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  5. "Voy a volver."

"Voy a volver."

Translation:I am going to return.

July 3, 2013

77 Comments


https://www.duolingo.com/profile/ConfusionMatrix

Hasta la vista, bebé


https://www.duolingo.com/profile/klooth

...and "I'll be back" was not accepted :(


https://www.duolingo.com/profile/Decktor

Tried it as well...


https://www.duolingo.com/profile/MattYamagiwa

Me too, couldn't help myself even though I figured it wouldn't be accepted.


https://www.duolingo.com/profile/Jasderro

couldn't help myself too :) and this translation was accepted, jaja


https://www.duolingo.com/profile/Bob20020

You can't report that. It means something entirely different. "I'll be back" is not the same. In German for this, I would say "Ich komme wieder," not "Ich werde züruck sein." Two different things.


https://www.duolingo.com/profile/Daniel996280

Accepted on 9/5/18 with an implied Austrian accent


https://www.duolingo.com/profile/dave-0

I would like to hear this phrase in Spanish but with an Austrian accent.


https://www.duolingo.com/profile/machtibor

You made my day, have a few lingots. By the way a fun fact: Schwarzenegger is dubbed by someone else in the German version of Terminator, because his German accent sounds funny to Germans and it would spoil the image of a killing machine for them :)


https://www.duolingo.com/profile/SpacemanBenny

Except it says "Hasta la vista" in English, so wouldn't it say "See you next time" in Spanish?


https://www.duolingo.com/profile/antonmo

so funny, I will be back, worked. sep 23, 2018


https://www.duolingo.com/profile/BarbaraMorris

It also likes MacArthur's "I shall return".


https://www.duolingo.com/profile/Roger_Burke

I was looking to see who would say this. Now I know. I wrote an article called "The man who shot MacArthur" about one of Gen. Douglas MacArthur's personal photographers, Gaetano Faillace.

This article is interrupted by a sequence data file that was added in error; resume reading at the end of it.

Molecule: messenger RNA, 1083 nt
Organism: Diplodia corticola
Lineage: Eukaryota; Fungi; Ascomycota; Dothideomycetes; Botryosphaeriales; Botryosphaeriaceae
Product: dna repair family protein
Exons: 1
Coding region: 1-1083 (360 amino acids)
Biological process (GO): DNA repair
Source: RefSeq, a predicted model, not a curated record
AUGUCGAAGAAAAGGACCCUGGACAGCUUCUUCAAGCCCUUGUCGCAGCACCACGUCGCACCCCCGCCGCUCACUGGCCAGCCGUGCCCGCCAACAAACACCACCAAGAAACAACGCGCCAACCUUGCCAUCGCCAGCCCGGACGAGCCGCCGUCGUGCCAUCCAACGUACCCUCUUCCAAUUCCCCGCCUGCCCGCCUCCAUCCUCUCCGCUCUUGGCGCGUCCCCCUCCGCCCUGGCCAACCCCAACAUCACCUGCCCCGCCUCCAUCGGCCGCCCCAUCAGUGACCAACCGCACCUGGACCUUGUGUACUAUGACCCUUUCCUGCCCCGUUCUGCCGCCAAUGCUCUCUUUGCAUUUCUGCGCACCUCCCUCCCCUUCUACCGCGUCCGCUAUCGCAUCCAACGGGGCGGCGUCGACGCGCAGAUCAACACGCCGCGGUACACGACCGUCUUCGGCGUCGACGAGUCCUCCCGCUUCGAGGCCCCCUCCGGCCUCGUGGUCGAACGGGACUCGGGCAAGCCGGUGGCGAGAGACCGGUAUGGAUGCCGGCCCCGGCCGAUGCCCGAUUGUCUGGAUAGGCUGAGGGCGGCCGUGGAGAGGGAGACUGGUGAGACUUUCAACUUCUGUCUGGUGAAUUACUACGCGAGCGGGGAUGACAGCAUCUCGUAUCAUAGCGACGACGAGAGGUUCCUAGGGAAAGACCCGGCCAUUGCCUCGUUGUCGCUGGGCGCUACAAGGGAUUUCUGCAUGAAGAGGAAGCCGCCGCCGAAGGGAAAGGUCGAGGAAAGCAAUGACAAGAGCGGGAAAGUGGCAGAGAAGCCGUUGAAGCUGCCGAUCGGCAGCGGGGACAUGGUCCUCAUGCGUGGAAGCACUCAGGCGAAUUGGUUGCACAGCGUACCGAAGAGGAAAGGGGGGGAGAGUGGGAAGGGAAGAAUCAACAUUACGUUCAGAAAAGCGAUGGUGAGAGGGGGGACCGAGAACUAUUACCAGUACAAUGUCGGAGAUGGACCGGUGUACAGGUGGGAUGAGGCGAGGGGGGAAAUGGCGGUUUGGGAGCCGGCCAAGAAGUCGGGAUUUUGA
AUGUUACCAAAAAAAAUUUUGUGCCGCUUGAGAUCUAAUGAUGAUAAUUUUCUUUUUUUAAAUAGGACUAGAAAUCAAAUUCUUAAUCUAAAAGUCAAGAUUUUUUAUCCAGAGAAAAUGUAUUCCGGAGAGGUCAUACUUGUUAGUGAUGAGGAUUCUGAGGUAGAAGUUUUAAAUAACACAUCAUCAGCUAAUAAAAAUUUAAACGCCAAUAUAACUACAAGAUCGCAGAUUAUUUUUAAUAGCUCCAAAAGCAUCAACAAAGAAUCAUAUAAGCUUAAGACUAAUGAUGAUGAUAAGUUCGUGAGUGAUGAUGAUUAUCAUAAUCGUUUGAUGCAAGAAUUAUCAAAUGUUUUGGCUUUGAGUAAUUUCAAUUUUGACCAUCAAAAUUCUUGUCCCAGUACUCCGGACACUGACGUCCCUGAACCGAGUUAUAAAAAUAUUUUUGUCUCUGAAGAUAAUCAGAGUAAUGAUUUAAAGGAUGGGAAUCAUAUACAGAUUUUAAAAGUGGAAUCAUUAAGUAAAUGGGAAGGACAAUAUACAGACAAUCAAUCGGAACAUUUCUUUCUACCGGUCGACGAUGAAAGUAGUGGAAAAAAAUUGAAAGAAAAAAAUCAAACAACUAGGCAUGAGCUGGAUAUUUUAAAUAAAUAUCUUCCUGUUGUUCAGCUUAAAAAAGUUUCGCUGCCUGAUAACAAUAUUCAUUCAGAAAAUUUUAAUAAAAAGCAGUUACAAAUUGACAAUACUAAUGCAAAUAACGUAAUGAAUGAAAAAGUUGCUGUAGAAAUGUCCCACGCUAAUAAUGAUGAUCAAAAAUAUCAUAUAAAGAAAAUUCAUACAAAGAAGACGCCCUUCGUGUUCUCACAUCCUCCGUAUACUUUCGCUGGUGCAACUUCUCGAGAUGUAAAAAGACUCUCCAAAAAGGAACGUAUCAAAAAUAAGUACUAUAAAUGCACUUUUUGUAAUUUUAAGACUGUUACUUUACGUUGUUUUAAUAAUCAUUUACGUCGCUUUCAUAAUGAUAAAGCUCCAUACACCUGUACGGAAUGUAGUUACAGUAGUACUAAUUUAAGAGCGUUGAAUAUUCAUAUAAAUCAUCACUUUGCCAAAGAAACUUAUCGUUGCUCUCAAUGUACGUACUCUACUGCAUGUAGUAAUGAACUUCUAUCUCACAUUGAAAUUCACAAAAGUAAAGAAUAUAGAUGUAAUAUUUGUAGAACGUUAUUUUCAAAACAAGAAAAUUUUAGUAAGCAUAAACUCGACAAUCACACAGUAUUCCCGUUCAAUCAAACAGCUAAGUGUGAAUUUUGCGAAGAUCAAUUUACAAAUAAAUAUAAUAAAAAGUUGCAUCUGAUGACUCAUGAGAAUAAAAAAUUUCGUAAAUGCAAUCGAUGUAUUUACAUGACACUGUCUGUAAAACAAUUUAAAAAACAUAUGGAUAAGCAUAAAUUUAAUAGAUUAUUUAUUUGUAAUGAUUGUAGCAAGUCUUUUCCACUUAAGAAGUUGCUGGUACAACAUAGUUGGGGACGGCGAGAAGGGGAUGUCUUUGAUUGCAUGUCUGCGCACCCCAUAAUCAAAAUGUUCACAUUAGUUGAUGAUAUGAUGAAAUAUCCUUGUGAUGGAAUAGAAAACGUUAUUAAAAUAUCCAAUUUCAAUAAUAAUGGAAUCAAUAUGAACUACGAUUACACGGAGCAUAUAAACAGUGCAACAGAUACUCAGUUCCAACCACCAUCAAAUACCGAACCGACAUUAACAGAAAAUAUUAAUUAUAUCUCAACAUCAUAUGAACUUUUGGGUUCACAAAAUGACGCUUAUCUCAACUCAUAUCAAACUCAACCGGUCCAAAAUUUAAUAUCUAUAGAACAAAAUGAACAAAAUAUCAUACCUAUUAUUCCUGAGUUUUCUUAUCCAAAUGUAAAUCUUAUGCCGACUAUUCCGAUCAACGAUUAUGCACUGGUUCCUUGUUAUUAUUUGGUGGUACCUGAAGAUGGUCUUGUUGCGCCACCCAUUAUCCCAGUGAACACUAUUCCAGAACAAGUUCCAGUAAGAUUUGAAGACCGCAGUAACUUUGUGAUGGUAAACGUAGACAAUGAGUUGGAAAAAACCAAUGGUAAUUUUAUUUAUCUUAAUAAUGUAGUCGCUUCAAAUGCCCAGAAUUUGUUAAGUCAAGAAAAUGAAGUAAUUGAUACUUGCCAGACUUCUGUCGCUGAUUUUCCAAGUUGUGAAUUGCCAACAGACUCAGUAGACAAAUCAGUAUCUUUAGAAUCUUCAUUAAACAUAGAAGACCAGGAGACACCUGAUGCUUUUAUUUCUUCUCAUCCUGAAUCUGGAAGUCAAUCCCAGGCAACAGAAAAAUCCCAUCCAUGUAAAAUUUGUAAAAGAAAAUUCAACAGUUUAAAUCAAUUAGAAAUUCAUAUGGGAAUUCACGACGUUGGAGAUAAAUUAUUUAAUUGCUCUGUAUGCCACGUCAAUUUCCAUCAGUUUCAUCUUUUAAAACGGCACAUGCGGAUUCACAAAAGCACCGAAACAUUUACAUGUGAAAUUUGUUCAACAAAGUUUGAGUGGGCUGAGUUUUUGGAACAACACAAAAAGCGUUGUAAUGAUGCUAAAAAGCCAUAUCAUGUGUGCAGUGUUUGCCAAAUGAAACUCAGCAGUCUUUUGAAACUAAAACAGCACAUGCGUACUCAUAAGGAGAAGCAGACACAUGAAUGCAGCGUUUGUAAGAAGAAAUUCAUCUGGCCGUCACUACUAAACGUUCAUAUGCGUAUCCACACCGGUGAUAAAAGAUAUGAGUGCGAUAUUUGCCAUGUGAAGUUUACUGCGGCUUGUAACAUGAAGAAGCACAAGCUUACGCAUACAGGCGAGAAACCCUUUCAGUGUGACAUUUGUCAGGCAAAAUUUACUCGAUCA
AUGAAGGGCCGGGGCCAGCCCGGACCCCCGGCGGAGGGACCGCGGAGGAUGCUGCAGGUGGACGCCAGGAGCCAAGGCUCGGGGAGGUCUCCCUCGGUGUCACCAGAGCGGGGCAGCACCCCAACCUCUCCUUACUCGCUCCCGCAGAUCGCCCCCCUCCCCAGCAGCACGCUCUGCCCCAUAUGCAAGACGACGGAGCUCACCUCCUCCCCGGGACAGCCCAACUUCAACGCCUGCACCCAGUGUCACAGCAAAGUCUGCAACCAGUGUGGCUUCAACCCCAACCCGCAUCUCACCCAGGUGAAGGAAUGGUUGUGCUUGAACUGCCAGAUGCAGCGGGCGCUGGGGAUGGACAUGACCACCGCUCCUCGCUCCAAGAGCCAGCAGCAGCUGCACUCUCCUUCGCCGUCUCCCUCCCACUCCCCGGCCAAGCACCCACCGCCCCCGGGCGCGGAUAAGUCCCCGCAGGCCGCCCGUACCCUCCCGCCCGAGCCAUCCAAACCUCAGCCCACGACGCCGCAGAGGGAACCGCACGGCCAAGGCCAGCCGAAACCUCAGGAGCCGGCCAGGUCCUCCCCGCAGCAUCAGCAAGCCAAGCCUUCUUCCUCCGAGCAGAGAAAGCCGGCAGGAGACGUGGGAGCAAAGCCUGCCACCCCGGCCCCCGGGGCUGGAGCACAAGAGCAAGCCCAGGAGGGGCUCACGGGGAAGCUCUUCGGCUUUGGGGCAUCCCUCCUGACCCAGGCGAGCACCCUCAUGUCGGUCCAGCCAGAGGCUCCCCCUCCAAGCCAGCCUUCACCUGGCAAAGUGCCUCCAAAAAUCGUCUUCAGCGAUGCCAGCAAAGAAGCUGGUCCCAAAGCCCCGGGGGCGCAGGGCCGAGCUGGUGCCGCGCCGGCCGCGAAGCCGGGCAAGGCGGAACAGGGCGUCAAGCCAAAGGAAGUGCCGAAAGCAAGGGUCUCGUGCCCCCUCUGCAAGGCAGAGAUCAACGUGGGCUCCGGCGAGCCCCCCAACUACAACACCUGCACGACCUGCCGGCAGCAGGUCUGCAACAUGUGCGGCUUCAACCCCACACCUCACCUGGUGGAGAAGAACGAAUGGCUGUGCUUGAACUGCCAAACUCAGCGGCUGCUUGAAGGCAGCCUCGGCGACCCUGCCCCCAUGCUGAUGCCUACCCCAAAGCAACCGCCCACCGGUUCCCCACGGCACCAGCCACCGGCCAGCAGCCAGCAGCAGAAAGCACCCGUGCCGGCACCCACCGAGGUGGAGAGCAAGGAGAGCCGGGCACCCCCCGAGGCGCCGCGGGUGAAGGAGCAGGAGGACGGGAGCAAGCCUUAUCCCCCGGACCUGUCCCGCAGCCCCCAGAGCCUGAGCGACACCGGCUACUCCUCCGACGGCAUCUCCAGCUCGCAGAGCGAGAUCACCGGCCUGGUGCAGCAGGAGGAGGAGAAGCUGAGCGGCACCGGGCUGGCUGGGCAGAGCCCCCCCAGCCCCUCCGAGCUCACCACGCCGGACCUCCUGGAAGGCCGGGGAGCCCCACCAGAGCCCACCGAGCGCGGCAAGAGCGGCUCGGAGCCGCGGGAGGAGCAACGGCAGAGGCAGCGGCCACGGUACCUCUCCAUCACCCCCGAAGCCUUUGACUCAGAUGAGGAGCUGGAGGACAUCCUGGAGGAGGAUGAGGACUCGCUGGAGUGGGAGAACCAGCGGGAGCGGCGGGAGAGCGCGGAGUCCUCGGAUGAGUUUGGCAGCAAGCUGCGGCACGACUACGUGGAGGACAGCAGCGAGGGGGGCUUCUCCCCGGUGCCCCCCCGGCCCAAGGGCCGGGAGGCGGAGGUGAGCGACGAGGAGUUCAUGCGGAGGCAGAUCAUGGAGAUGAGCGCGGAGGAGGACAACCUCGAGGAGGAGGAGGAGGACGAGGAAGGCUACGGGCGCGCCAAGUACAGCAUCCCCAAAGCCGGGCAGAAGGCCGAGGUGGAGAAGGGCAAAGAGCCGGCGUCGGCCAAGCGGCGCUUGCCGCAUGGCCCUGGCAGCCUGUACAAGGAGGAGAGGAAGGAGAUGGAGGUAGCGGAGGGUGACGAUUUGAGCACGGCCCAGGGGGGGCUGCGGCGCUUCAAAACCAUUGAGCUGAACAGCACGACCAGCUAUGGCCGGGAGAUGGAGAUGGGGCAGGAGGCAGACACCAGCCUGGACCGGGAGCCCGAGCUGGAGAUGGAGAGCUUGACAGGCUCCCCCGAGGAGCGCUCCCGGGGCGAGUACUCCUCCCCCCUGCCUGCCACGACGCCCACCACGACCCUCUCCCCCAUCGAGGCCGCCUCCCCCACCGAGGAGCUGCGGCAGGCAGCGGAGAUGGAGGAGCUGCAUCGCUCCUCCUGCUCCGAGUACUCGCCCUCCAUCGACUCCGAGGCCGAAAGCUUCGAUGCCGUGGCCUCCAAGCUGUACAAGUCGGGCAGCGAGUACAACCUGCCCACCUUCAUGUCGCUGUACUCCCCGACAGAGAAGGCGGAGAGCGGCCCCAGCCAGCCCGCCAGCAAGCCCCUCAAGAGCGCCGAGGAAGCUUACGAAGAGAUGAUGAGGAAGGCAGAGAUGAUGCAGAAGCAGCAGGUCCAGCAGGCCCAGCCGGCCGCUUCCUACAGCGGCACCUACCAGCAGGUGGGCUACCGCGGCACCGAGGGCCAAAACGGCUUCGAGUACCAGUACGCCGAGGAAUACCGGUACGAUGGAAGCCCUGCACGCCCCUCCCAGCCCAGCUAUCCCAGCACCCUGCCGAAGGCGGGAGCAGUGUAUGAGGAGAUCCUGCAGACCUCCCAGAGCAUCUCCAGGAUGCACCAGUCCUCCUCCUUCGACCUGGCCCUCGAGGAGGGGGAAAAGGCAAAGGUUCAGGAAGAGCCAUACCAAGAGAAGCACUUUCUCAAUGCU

https://www.duolingo.com/profile/ianinjite02

This would be amazing on a headstone :)


https://www.duolingo.com/profile/Raisinnoir

Thanks! You handed me my first big laugh of the day!


https://www.duolingo.com/profile/Onyx.Rose

Thanks for the idea!


https://www.duolingo.com/profile/faith46

As General MacArthur said in the Philippines.


https://www.duolingo.com/profile/Raisinnoir

I like Duolingo, but find a lot of rigidity in their acceptance of translations. This is just another case of that. In my opinion "I'll be back" is the way any speaker of American English would render "Voy a volver".


https://www.duolingo.com/profile/lunarefiore

Can I get this on my tombstone please?


https://www.duolingo.com/profile/thechalange

Wouldnt volveré be more accurate for will return?


https://www.duolingo.com/profile/miketel

I agree. The will changes the verb tense. They are 3 ways to write first person singular future tense in Spanish. 1. Volveré 2. Voy a volver 3. Vuelvo más tarde


https://www.duolingo.com/profile/blockeegle

Yeah, I just thought about it and it would be such...


https://www.duolingo.com/profile/albaruthenia

Why is "I'm going back" considered wrong?


https://www.duolingo.com/profile/bomorton

I'll be back should be accepted.


https://www.duolingo.com/profile/wwang.1

says the terminator.


https://www.duolingo.com/profile/writelikealover

I am not a native speaker of English and Spanish.. but I wonder whether we can say "I am going back" as a translation of this phrase??


https://www.duolingo.com/profile/DareILingo

No. Your phrase makes sense, but it has a different meaning.

"I am going back," is in simple present tense. --- I am returning (now).

"I am going to go back," is in simple future tense. -- I will return (later).

You need the phrase "subject [be] going to verb" in order to indicate future tense in English. The verb "[be]" must be conjugated to match the subject. The pattern is almost the same in Spanish, "subject [ir] a verb." The verb "[ir]" must be conjugated to match the subject.


https://www.duolingo.com/profile/RichardWal211702

I still don't understand the difference between going and coming back in Spanish. Has anyone got a definitive answer?


https://www.duolingo.com/profile/cafemiss

Going implies motion toward something that is away from the speaker at the present time. For example, I am in my house," I am going to the store, do you need anything?"

Coming implies motion toward the current location. For example, I am at the store: "Please come to the store to bring my wallet. I left it with you."


https://www.duolingo.com/profile/trebujito

I wrote " I am going to come back" and was accepted


https://www.duolingo.com/profile/Agataka99

I wrote this same and it wasn't!!


https://www.duolingo.com/profile/koojilefet

But seriously, why isn't "I'll be back" accepted?


https://www.duolingo.com/profile/Talca

Because it ignores the basic structure of the sentence, voy (going to).


https://www.duolingo.com/profile/WackyJack

A famous line uttered by both Douglas MacArthur and Arnold Schwarzenegger. Go figure.


https://www.duolingo.com/profile/tessbee

Although MacArthur actually used "shall" :)


https://www.duolingo.com/profile/BarbaraMorris

Duolingo likes "I shall return" too. :)


https://www.duolingo.com/profile/tessbee